During Belinda Stronach’s run for the Conservative leadership, he seized on her support of gay marriage, telling a reporter: “Is this a takeover from the militant homosexual movement?” Last summer, an Edmonton newspaper quoted Chandler warning new Albertans, “This is our home, and if you wish to live here, you must adapt to our rules and our voting patterns, or leave. Conservatism is our culture. Do not destroy what we have created.” (Chandler contends the passage comes from an early draft of an op-ed piece he sent a reporter by mistake; it was, however, available online prior to its appear-

ance in that Edmonton newspaper.) His credentials as a social conservative don’t stop there. At one fundraiser he invited attendees to rent guns to shoot at Liberal logos. A raft of complaints led him to post, as bull’s eye, copies of the federal gun control legislation instead (for the record, Chandler says this had been the plan all the time).

His most astonishing public appearance was as the subject of God Only Knows: Same Sex Marriage, a documentary first aired in early 2006 that plays on the familiar reality TV convention of household swapping: Chandler, who is married with two young children, welcomes a gay Vancouver pastor to his home before spending time at his. “I’m the minority now,” Chandler says at one point before breaking down in tears. “I’m the persecuted.” In the film’s most unlikely revelation, he says of a former business partner: “I found my friend... dead in my garage... He committed suicide and I found out through going through his stuff and other things that he was in love with me. Wow! That was like a heavy hit—to take that this guy killed himself and he was gay and he was attracted to me.”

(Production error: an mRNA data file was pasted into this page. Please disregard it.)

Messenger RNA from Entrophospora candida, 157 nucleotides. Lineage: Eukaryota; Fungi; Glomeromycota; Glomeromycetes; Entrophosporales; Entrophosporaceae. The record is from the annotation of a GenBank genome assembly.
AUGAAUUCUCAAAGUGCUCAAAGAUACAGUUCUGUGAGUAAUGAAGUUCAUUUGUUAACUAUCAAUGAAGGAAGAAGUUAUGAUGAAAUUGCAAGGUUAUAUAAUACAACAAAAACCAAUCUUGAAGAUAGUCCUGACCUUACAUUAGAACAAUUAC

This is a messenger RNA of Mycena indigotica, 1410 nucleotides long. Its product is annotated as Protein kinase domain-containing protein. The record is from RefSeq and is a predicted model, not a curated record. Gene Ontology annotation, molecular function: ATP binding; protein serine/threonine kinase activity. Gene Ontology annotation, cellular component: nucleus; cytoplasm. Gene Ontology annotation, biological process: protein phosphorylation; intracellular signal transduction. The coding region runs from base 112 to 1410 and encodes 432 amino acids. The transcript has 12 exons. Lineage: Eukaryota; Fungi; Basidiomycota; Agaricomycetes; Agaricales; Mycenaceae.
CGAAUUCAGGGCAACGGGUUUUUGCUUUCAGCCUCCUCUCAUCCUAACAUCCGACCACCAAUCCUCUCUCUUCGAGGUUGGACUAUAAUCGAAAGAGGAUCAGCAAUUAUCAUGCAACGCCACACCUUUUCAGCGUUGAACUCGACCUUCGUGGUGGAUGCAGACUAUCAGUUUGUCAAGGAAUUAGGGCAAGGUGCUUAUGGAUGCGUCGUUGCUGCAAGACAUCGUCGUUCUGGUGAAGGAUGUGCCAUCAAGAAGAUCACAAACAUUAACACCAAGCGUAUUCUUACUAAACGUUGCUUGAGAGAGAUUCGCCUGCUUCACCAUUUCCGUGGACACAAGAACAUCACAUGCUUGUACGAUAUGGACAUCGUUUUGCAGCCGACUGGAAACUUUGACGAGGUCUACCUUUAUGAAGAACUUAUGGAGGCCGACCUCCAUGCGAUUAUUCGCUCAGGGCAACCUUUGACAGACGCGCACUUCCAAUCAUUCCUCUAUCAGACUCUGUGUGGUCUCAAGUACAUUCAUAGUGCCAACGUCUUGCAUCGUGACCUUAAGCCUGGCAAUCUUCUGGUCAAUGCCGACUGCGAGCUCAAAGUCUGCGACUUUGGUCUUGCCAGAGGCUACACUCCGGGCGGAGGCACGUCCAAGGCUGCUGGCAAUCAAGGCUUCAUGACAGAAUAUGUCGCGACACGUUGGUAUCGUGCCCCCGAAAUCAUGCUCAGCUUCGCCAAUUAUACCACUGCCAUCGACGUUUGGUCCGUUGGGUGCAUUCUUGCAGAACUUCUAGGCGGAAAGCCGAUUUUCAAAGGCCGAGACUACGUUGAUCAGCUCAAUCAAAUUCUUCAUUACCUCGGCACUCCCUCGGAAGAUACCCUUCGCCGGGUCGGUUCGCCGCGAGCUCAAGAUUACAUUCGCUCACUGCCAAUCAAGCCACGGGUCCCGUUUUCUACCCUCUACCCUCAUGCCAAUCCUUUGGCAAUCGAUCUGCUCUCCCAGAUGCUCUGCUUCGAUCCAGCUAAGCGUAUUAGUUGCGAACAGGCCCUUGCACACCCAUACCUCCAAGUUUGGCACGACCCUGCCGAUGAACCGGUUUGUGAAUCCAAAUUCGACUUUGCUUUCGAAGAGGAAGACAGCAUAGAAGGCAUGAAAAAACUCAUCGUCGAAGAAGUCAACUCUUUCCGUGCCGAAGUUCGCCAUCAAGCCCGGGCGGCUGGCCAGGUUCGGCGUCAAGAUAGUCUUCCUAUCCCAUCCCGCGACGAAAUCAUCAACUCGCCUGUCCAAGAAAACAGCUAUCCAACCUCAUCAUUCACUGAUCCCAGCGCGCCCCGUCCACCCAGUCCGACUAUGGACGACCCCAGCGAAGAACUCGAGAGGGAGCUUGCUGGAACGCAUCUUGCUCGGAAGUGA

Last year, Chandler agreed to post an apology for an anti-gay letter uploaded to a website connected to his radio show, as per a settlement with the Canadian Human Rights Commission. This month—a day before his fate as the PC nominee for Calgary Egmont was to be decided by the party executive—the Alberta Human Rights Commission deemed that the letter, written by former pastor Stephen Boissoin and published in the Red Deer Advocate under the headline “Homosexual agenda wicked,” contravened Alberta’s human rights law and may have had a “circumstan-

tial connection” to the beating of a gay teen two weeks later. Though Chandler had nothing to do with the letter, Boissoin was a member of Concerned Christians, of which Chandler was then CEO. Hence his PC slap-down.

Chandler had thumped his rivals in Calgary Egmont, a conservative riding of affluent and working-class neighbourhoods, pulling in over 900 votes to his closest rival’s 485. By all accounts a talented political organizer, he spent $127,000 on the race, an unheardof sum for a nomination battle. “I knocked on every single door in the constituency,” he says. The victory was also a triumph of stealth political manoeuvring. Chandler, formerly associated with the right-wing Alberta Alliance Party, swooped into the Calgary Egmont PC riding association with a number of his Alliance friends, one of whom soon became